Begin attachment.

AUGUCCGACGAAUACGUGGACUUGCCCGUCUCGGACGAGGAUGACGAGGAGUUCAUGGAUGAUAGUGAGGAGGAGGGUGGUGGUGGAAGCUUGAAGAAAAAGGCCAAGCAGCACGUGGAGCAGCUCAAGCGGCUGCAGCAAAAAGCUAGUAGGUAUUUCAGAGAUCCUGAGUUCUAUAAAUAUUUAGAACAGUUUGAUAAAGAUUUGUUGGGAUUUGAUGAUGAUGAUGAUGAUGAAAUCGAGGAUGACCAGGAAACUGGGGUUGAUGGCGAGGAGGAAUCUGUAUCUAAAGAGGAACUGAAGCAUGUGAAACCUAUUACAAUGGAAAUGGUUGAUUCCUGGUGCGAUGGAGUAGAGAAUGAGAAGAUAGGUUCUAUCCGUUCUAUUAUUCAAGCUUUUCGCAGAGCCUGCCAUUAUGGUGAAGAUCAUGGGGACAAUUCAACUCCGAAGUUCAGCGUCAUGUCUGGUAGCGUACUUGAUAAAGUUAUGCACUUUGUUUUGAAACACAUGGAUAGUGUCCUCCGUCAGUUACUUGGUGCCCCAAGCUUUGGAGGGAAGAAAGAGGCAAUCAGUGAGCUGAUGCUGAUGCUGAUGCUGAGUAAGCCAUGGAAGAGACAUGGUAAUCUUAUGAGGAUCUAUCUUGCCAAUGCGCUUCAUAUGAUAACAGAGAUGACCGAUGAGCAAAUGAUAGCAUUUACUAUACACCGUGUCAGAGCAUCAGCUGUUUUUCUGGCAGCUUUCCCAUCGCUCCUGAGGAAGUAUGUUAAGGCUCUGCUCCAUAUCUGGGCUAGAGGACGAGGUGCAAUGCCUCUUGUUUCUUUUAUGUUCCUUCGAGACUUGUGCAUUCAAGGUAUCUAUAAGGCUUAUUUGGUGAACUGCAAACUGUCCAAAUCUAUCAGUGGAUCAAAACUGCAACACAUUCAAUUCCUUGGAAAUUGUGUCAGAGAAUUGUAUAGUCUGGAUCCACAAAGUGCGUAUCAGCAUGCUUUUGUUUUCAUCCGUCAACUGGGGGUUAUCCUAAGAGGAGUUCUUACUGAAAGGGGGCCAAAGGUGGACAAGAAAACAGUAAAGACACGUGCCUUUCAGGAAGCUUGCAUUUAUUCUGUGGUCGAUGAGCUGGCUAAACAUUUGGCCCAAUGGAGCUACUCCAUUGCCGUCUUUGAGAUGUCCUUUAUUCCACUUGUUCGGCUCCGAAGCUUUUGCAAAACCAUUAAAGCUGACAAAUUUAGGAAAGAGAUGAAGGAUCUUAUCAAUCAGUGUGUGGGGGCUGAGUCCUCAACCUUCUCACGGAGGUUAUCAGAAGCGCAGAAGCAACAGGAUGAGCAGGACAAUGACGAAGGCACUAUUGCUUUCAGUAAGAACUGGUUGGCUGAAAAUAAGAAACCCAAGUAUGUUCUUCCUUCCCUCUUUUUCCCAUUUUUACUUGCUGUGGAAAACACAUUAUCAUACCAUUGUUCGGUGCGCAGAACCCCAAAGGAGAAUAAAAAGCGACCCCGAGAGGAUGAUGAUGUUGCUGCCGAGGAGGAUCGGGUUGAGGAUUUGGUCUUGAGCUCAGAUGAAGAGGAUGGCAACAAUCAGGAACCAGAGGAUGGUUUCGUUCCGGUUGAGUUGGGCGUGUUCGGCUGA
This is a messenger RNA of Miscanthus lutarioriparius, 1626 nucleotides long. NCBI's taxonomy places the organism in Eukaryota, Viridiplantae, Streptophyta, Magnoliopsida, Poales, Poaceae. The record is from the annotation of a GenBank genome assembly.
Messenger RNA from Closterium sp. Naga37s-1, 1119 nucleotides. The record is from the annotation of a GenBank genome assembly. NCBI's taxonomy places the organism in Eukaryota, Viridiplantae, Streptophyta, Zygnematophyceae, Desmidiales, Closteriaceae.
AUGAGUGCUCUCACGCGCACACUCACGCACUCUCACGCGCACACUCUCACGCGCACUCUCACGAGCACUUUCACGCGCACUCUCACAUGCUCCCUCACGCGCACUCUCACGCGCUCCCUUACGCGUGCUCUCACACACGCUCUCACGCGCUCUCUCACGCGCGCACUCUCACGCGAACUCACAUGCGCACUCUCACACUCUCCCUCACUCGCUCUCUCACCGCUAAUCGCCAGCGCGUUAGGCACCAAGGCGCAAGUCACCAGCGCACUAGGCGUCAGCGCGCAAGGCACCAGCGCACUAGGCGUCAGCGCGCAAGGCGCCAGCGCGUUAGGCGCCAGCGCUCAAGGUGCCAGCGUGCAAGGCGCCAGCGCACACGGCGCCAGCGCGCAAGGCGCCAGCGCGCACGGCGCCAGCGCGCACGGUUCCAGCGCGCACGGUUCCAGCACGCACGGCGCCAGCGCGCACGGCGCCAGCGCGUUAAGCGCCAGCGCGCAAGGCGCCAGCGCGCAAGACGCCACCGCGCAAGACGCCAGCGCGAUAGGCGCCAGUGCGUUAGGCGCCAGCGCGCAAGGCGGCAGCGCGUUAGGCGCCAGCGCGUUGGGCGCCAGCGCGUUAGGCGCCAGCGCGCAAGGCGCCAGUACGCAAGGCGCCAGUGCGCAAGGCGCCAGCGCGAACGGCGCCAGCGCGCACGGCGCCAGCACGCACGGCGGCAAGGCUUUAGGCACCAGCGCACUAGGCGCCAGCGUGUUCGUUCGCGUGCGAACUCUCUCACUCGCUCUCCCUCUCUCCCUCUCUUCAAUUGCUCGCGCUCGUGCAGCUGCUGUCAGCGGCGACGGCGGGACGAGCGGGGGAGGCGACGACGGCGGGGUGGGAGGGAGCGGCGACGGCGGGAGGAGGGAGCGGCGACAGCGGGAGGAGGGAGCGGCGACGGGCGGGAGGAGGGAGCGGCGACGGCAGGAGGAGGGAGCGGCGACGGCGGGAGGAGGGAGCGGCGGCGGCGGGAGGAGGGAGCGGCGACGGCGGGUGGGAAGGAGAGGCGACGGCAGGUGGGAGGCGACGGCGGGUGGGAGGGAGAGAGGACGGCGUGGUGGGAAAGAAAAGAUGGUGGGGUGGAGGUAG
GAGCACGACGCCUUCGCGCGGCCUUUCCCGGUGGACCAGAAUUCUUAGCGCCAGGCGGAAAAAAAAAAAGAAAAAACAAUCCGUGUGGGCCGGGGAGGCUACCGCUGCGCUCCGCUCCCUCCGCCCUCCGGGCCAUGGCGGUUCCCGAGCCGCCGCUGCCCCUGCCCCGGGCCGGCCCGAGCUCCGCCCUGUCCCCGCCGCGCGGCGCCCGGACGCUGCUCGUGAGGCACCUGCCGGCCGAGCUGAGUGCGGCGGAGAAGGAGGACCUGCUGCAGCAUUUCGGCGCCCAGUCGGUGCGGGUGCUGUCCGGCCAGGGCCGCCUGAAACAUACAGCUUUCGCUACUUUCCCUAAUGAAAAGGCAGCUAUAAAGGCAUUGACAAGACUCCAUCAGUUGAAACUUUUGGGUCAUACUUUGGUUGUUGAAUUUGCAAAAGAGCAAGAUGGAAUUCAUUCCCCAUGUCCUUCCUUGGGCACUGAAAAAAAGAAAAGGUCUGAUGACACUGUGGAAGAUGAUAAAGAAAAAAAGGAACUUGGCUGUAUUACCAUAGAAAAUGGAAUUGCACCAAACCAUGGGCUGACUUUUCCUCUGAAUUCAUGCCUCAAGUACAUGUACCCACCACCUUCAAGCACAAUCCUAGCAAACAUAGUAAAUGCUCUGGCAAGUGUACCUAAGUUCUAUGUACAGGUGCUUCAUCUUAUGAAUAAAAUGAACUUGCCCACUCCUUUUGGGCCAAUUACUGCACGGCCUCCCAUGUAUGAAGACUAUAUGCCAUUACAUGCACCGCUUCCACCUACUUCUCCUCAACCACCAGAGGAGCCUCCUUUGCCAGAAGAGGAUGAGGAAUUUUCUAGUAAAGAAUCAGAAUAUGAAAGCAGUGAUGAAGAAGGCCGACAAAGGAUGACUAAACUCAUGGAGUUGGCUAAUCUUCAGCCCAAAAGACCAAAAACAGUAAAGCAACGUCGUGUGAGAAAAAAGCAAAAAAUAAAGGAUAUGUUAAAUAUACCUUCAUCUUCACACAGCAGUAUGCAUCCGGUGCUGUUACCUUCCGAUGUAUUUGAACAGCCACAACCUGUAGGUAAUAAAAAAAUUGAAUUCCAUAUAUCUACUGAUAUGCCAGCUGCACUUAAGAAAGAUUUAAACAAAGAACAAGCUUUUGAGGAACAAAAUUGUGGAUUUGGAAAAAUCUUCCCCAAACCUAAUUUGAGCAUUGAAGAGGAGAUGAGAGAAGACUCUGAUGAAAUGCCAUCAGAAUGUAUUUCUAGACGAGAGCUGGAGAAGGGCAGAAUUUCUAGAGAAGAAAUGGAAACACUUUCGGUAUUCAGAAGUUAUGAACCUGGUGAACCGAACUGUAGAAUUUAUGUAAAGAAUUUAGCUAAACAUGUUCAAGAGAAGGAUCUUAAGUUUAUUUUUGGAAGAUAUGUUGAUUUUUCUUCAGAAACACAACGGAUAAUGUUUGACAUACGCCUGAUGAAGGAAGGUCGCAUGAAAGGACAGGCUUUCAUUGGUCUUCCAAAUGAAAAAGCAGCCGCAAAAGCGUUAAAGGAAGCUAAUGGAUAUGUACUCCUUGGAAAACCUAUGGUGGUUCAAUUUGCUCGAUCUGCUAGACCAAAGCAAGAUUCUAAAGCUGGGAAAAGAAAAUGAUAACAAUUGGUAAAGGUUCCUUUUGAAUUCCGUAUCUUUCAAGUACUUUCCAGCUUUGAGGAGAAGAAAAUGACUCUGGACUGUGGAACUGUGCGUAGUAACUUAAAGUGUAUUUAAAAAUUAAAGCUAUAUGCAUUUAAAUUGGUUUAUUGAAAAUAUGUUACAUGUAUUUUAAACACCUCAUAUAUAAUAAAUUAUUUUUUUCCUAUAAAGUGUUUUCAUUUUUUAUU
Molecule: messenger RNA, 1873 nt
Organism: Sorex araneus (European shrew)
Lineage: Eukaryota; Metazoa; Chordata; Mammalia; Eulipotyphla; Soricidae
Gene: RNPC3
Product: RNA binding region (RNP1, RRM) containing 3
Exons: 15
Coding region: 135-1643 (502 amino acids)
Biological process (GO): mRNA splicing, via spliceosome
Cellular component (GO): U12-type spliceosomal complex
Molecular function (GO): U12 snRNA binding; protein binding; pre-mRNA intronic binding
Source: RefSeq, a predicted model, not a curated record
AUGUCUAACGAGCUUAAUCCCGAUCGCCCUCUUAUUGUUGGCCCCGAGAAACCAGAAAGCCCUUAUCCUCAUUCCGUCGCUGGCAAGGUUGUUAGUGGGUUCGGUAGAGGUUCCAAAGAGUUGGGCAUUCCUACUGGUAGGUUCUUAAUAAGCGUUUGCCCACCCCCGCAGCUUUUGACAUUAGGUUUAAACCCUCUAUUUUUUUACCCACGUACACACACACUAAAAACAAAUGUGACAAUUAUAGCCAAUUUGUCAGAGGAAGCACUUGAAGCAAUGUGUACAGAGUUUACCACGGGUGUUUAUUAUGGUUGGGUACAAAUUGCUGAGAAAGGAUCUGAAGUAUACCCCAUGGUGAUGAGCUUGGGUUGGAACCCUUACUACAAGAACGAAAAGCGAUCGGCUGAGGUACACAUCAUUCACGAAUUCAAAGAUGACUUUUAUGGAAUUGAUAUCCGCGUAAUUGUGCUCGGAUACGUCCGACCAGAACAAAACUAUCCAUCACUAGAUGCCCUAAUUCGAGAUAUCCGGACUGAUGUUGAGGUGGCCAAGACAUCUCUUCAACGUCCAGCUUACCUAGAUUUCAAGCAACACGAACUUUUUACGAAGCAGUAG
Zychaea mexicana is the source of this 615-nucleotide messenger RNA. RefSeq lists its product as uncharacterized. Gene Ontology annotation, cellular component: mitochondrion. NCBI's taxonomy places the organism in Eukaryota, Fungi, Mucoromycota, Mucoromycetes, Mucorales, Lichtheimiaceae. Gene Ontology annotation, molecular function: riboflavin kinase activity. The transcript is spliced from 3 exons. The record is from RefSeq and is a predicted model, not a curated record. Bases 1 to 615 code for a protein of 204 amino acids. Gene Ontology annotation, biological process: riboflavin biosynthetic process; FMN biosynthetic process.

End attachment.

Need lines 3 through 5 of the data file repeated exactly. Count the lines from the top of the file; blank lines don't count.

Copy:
Messenger RNA from Closterium sp. Naga37s-1, 1119 nucleotides. The record is from the annotation of a GenBank genome assembly. NCBI's taxonomy places the organism in Eukaryota, Viridiplantae, Streptophyta, Zygnematophyceae, Desmidiales, Closteriaceae.
AUGAGUGCUCUCACGCGCACACUCACGCACUCUCACGCGCACACUCUCACGCGCACUCUCACGAGCACUUUCACGCGCACUCUCACAUGCUCCCUCACGCGCACUCUCACGCGCUCCCUUACGCGUGCUCUCACACACGCUCUCACGCGCUCUCUCACGCGCGCACUCUCACGCGAACUCACAUGCGCACUCUCACACUCUCCCUCACUCGCUCUCUCACCGCUAAUCGCCAGCGCGUUAGGCACCAAGGCGCAAGUCACCAGCGCACUAGGCGUCAGCGCGCAAGGCACCAGCGCACUAGGCGUCAGCGCGCAAGGCGCCAGCGCGUUAGGCGCCAGCGCUCAAGGUGCCAGCGUGCAAGGCGCCAGCGCACACGGCGCCAGCGCGCAAGGCGCCAGCGCGCACGGCGCCAGCGCGCACGGUUCCAGCGCGCACGGUUCCAGCACGCACGGCGCCAGCGCGCACGGCGCCAGCGCGUUAAGCGCCAGCGCGCAAGGCGCCAGCGCGCAAGACGCCACCGCGCAAGACGCCAGCGCGAUAGGCGCCAGUGCGUUAGGCGCCAGCGCGCAAGGCGGCAGCGCGUUAGGCGCCAGCGCGUUGGGCGCCAGCGCGUUAGGCGCCAGCGCGCAAGGCGCCAGUACGCAAGGCGCCAGUGCGCAAGGCGCCAGCGCGAACGGCGCCAGCGCGCACGGCGCCAGCACGCACGGCGGCAAGGCUUUAGGCACCAGCGCACUAGGCGCCAGCGUGUUCGUUCGCGUGCGAACUCUCUCACUCGCUCUCCCUCUCUCCCUCUCUUCAAUUGCUCGCGCUCGUGCAGCUGCUGUCAGCGGCGACGGCGGGACGAGCGGGGGAGGCGACGACGGCGGGGUGGGAGGGAGCGGCGACGGCGGGAGGAGGGAGCGGCGACAGCGGGAGGAGGGAGCGGCGACGGGCGGGAGGAGGGAGCGGCGACGGCAGGAGGAGGGAGCGGCGACGGCGGGAGGAGGGAGCGGCGGCGGCGGGAGGAGGGAGCGGCGACGGCGGGUGGGAAGGAGAGGCGACGGCAGGUGGGAGGCGACGGCGGGUGGGAGGGAGAGAGGACGGCGUGGUGGGAAAGAAAAGAUGGUGGGGUGGAGGUAG
GAGCACGACGCCUUCGCGCGGCCUUUCCCGGUGGACCAGAAUUCUUAGCGCCAGGCGGAAAAAAAAAAAGAAAAAACAAUCCGUGUGGGCCGGGGAGGCUACCGCUGCGCUCCGCUCCCUCCGCCCUCCGGGCCAUGGCGGUUCCCGAGCCGCCGCUGCCCCUGCCCCGGGCCGGCCCGAGCUCCGCCCUGUCCCCGCCGCGCGGCGCCCGGACGCUGCUCGUGAGGCACCUGCCGGCCGAGCUGAGUGCGGCGGAGAAGGAGGACCUGCUGCAGCAUUUCGGCGCCCAGUCGGUGCGGGUGCUGUCCGGCCAGGGCCGCCUGAAACAUACAGCUUUCGCUACUUUCCCUAAUGAAAAGGCAGCUAUAAAGGCAUUGACAAGACUCCAUCAGUUGAAACUUUUGGGUCAUACUUUGGUUGUUGAAUUUGCAAAAGAGCAAGAUGGAAUUCAUUCCCCAUGUCCUUCCUUGGGCACUGAAAAAAAGAAAAGGUCUGAUGACACUGUGGAAGAUGAUAAAGAAAAAAAGGAACUUGGCUGUAUUACCAUAGAAAAUGGAAUUGCACCAAACCAUGGGCUGACUUUUCCUCUGAAUUCAUGCCUCAAGUACAUGUACCCACCACCUUCAAGCACAAUCCUAGCAAACAUAGUAAAUGCUCUGGCAAGUGUACCUAAGUUCUAUGUACAGGUGCUUCAUCUUAUGAAUAAAAUGAACUUGCCCACUCCUUUUGGGCCAAUUACUGCACGGCCUCCCAUGUAUGAAGACUAUAUGCCAUUACAUGCACCGCUUCCACCUACUUCUCCUCAACCACCAGAGGAGCCUCCUUUGCCAGAAGAGGAUGAGGAAUUUUCUAGUAAAGAAUCAGAAUAUGAAAGCAGUGAUGAAGAAGGCCGACAAAGGAUGACUAAACUCAUGGAGUUGGCUAAUCUUCAGCCCAAAAGACCAAAAACAGUAAAGCAACGUCGUGUGAGAAAAAAGCAAAAAAUAAAGGAUAUGUUAAAUAUACCUUCAUCUUCACACAGCAGUAUGCAUCCGGUGCUGUUACCUUCCGAUGUAUUUGAACAGCCACAACCUGUAGGUAAUAAAAAAAUUGAAUUCCAUAUAUCUACUGAUAUGCCAGCUGCACUUAAGAAAGAUUUAAACAAAGAACAAGCUUUUGAGGAACAAAAUUGUGGAUUUGGAAAAAUCUUCCCCAAACCUAAUUUGAGCAUUGAAGAGGAGAUGAGAGAAGACUCUGAUGAAAUGCCAUCAGAAUGUAUUUCUAGACGAGAGCUGGAGAAGGGCAGAAUUUCUAGAGAAGAAAUGGAAACACUUUCGGUAUUCAGAAGUUAUGAACCUGGUGAACCGAACUGUAGAAUUUAUGUAAAGAAUUUAGCUAAACAUGUUCAAGAGAAGGAUCUUAAGUUUAUUUUUGGAAGAUAUGUUGAUUUUUCUUCAGAAACACAACGGAUAAUGUUUGACAUACGCCUGAUGAAGGAAGGUCGCAUGAAAGGACAGGCUUUCAUUGGUCUUCCAAAUGAAAAAGCAGCCGCAAAAGCGUUAAAGGAAGCUAAUGGAUAUGUACUCCUUGGAAAACCUAUGGUGGUUCAAUUUGCUCGAUCUGCUAGACCAAAGCAAGAUUCUAAAGCUGGGAAAAGAAAAUGAUAACAAUUGGUAAAGGUUCCUUUUGAAUUCCGUAUCUUUCAAGUACUUUCCAGCUUUGAGGAGAAGAAAAUGACUCUGGACUGUGGAACUGUGCGUAGUAACUUAAAGUGUAUUUAAAAAUUAAAGCUAUAUGCAUUUAAAUUGGUUUAUUGAAAAUAUGUUACAUGUAUUUUAAACACCUCAUAUAUAAUAAAUUAUUUUUUUCCUAUAAAGUGUUUUCAUUUUUUAUU